I laughed so hard I couldn’t breath, and my ribs ached, and I had a headache.

Shy patted me on the back, “Breathe, honey. Breathe.”

“God, damn. That’s funny!”

She nodded, “He said he’s had to print several copies of Trump, Cruz, and Bush, ‘cause they keep getting covered in paint.”

I don’t think I’ve ever laughed as hard as I did that night.

Shy laughed plenty too. “I’m telling you, either Joey’s a crazy son-of-a-bitch, or he’s a genius.”

When I could breathe I answered her, “He’s both.”

That night, we watched the news before bed, and wondered how many times Joey had to shoot his paintball gun, which pictures he’d had to shoot at, and how he could afford that many paint balls.

Quiet

I waited, in the brush, invisible, silent. The forest was quiet, I heard nothing. Not the wolves, bears, or owls, although I knew they were around. I also knew they’d wait, and watch until I acted. They’d act when their selected leader acts.

I didn’t smile, although you might have said I did. My lips separated in a quiet snarl. The men were coming. I closed my eyes, and listened. I could hear them in the distance, getting closer.

Men. On their way to my home. My town. The town Jessica, Hannah, and Valerie started. The town we’d made from nothing. All of us were survivors. Wounded by what happened in the word. What happened when the veneer of civilization fell away. When the world went insane.

Men murdered my father. Raped my mother and sister, then murdered them. But what happened to me was nothing compared to what happened to Valerie, my love. To Kelly, and so many others.

I remembered when I found Kelly, what men had done to her. I remembered when Kelly and I rescued Jenny, Beth and the others from the stables. It was the first time I’d struck back against the chaos. I’d found more stables since then, with the wolves. We’d shut them down, freed the women trapped in them.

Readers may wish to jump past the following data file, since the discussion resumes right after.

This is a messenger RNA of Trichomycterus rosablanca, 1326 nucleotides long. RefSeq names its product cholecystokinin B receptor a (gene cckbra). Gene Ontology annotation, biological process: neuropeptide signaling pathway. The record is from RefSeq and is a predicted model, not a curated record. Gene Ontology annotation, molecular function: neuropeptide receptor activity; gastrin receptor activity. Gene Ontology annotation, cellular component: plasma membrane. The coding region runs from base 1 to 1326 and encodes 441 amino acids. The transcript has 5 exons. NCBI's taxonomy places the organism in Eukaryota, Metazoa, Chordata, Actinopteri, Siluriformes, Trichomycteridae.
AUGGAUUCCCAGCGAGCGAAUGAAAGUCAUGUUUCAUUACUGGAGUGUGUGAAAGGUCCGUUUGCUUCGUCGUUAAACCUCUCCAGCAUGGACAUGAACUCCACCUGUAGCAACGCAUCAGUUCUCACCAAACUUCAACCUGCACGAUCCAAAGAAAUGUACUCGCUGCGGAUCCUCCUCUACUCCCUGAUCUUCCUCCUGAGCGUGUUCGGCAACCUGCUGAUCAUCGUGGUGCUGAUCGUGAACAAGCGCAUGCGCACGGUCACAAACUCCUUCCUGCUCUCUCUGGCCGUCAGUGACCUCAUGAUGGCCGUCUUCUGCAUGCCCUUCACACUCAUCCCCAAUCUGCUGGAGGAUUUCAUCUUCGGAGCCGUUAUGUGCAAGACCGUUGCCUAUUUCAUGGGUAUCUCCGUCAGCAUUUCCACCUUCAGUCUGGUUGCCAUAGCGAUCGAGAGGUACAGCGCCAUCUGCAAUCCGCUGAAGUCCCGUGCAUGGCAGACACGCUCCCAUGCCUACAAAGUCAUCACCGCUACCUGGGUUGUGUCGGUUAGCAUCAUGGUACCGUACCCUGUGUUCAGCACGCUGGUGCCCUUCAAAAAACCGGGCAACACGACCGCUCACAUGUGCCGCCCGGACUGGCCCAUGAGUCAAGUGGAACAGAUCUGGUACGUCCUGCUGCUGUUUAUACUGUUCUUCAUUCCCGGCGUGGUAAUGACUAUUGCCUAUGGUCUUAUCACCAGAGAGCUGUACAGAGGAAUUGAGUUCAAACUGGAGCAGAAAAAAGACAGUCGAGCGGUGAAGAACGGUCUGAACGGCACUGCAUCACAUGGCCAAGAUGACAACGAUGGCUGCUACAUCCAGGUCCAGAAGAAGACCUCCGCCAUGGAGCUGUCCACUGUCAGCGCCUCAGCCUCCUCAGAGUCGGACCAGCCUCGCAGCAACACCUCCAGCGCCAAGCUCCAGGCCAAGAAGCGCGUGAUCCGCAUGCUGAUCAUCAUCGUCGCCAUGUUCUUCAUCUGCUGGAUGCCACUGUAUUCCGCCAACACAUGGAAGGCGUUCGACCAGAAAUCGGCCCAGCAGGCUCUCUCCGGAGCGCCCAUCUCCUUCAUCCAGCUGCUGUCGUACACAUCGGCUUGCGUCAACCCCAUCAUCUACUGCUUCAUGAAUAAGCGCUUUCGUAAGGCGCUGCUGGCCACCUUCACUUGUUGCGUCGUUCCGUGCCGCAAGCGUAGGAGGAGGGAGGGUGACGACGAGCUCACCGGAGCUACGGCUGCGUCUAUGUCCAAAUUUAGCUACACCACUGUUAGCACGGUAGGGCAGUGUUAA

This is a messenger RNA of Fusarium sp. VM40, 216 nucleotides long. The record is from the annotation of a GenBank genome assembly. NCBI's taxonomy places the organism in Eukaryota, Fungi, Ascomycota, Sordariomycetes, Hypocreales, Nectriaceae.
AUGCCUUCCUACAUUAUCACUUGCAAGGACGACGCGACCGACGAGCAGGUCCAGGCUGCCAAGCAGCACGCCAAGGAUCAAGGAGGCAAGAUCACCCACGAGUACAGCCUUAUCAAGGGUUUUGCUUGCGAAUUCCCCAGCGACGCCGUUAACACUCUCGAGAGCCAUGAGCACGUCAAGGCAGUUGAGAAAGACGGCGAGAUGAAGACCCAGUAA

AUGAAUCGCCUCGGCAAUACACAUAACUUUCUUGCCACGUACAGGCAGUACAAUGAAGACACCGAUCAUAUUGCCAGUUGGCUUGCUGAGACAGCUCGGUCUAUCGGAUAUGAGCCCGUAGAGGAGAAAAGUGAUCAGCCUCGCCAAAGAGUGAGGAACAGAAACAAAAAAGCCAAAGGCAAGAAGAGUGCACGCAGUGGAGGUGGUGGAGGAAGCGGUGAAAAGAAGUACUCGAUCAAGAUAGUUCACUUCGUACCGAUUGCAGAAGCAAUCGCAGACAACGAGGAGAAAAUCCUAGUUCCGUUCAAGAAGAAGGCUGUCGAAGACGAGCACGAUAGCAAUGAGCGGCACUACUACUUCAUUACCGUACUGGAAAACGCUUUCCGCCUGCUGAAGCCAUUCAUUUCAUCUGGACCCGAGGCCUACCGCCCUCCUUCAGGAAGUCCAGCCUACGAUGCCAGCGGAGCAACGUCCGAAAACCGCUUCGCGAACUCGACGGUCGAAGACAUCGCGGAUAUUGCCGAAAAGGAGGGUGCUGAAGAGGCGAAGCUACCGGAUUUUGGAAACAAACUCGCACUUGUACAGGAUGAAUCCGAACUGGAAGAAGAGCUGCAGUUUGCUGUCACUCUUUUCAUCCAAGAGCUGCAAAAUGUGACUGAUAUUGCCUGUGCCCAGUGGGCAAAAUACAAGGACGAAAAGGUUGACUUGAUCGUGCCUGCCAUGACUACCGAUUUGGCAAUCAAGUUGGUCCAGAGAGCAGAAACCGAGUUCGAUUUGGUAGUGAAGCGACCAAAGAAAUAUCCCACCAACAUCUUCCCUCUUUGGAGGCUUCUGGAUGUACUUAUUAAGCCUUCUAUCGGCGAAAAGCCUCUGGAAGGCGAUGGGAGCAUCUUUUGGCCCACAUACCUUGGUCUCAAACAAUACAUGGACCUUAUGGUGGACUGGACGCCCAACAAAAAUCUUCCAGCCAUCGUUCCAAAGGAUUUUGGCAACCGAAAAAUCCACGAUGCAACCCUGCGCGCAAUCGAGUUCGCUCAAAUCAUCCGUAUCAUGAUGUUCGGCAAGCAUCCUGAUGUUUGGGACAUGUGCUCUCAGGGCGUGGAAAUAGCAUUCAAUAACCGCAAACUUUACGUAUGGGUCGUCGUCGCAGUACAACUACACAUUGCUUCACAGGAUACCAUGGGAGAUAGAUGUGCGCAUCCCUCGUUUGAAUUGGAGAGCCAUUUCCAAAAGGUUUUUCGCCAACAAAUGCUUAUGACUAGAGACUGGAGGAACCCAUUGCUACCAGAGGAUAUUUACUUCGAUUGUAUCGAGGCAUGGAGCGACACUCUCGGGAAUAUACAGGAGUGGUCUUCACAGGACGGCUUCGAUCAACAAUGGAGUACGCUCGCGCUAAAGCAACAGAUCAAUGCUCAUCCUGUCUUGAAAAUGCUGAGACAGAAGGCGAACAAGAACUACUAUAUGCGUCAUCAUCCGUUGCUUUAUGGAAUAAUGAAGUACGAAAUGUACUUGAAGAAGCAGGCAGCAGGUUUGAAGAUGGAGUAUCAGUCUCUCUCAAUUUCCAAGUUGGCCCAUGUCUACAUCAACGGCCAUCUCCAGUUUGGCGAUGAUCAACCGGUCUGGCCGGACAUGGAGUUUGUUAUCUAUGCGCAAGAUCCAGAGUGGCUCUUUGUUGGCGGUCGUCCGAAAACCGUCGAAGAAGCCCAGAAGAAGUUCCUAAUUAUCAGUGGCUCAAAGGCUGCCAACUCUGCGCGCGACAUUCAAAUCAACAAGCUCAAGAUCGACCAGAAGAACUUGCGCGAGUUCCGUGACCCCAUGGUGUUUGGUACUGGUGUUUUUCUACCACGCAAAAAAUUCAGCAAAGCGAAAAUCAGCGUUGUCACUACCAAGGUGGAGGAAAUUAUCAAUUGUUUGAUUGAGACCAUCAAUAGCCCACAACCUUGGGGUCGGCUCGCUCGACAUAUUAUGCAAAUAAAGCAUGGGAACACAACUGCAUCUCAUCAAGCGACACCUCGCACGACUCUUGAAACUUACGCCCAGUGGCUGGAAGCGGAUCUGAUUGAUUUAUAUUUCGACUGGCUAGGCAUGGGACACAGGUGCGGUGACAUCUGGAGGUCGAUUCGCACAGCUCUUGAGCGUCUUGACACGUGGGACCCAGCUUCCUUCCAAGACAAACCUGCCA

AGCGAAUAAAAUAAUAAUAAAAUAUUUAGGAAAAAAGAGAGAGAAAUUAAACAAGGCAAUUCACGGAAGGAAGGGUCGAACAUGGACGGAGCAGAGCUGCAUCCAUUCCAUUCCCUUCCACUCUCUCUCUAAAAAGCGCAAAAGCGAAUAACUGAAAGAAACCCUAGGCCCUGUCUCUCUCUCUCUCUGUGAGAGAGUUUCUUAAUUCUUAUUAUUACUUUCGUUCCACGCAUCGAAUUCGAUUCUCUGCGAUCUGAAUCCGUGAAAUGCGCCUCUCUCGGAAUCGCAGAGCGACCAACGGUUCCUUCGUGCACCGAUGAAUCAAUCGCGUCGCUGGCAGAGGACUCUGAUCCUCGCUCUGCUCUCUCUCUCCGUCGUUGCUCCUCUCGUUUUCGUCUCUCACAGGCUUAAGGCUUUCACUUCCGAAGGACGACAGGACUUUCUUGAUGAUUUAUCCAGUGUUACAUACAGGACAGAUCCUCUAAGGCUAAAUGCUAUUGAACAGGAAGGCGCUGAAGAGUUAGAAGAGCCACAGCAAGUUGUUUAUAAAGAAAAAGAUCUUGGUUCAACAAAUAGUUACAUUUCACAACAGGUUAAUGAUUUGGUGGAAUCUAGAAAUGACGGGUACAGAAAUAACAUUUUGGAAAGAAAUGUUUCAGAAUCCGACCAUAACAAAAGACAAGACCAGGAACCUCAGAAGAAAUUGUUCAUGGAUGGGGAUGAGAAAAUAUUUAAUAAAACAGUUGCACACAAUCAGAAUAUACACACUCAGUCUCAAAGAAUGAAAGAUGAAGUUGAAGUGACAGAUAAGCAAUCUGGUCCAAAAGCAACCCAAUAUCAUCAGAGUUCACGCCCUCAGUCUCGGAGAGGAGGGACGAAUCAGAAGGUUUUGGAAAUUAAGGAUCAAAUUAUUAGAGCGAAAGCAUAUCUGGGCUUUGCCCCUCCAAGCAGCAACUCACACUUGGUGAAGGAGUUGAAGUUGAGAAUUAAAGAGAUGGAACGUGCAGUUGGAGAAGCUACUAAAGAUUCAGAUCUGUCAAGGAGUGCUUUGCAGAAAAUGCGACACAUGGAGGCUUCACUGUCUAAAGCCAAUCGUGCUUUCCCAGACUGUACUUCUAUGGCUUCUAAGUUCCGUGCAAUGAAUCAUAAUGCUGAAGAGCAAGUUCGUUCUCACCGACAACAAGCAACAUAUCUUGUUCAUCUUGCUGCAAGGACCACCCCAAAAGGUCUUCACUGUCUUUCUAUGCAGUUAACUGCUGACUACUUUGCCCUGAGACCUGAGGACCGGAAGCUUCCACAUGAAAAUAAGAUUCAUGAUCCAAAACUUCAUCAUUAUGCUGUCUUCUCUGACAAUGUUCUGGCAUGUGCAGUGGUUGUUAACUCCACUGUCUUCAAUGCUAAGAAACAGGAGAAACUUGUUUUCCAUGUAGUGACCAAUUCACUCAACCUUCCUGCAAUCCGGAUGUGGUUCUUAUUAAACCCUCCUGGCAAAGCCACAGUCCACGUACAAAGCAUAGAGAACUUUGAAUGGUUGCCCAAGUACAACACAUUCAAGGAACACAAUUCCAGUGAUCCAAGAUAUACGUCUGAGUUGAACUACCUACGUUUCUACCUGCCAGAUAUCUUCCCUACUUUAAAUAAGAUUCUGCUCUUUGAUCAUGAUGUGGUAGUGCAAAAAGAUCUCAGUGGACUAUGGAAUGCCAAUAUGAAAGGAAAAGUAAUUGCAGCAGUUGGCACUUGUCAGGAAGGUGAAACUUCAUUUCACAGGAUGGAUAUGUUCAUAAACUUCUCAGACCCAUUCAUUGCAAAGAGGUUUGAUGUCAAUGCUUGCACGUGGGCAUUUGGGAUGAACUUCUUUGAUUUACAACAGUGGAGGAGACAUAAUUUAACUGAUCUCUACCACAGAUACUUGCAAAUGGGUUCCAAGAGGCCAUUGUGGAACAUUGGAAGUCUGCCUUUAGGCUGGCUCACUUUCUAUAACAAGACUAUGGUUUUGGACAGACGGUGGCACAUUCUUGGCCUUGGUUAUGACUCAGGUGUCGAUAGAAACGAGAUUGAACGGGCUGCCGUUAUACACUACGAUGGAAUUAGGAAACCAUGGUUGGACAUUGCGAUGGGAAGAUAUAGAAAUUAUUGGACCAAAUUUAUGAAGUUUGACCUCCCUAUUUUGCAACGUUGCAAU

I learned to speak with the wolves, bears, owls, hawks, eagles, foxes. Jessica had them teach me their languages, their ways. Eventually, a bear told me, “You have found yourself.”

Now, I waited for the men. Quiet. Hidden. No guns, a bow and arrows instead. Something they wouldn’t hear coming. The wolves and foxes had taught me to move through the brush almost silently, like a predator stalking prey.

I waited for the men, noisy as they were, arrogant as they were. Them, and their guns. Not afraid of anything. Intent on sending a message to everyone, “You can’t stand against us!” My snarl said otherwise. The men were in for a surprise.

The noise they made grew louder, I knew they were nearby. We’d planned well, we’d watched them approach for days. We knew the path they followed, where they were going, how they would get there and when they would get there. They wouldn’t know we surrounded them.

I raised my bow, drew an arrow, and quietly waited for the first man to appear. I didn’t have to wait long. He stepped between the trees, breaking branches, kicking brush out of his way, acting like he ruled the forest. Right until the moment my arrow sank into the center of his chest. I quietly drew a second arrow and let it fly. Then a third. Three men down.

I had no need for noise. I quietly moved through the brush, patiently stalking the men, hunting them. I could smell the chaos and fear consuming them. I let three more arrows fly. Three more men fell.

They panicked, started shooting their guns at nothing, at shadows. The time for quiet had ended. I screamed the battle cry of the owls, causing them to take flight, followed by the wolves and the bears.

It was a short fight. Men screamed. Men shot at shadows, and anything that moved, at each other. Soon, there were no more men.

And the forest was quiet again.

Black Magic

“Show me what you tried,” Timmy asked. He knew the procedure well, he’d memorized it years ago, answered every question about it on the CompTIA A+ tests, made sure the procedures for the IT department matched the industry standard troubleshooting procedures. Start by gathering information. Asking the human to duplicate what they did.

He watched each step Callie took, each menu option selected, each keyboard item selected as she recreated the problem, step-by-step, resulting in the screen going white for a few moments, then returning to the desktop, with her document closed. “It does that every time!”

“OK. My turn.” Timmy sat at the computer. He put his USB drive in a port, and ran his custom PowerShell script. Windows flashed on the screen. “This will clear the caches and the temporary files, reset any damaged network policies in the registry, that kind of thing.”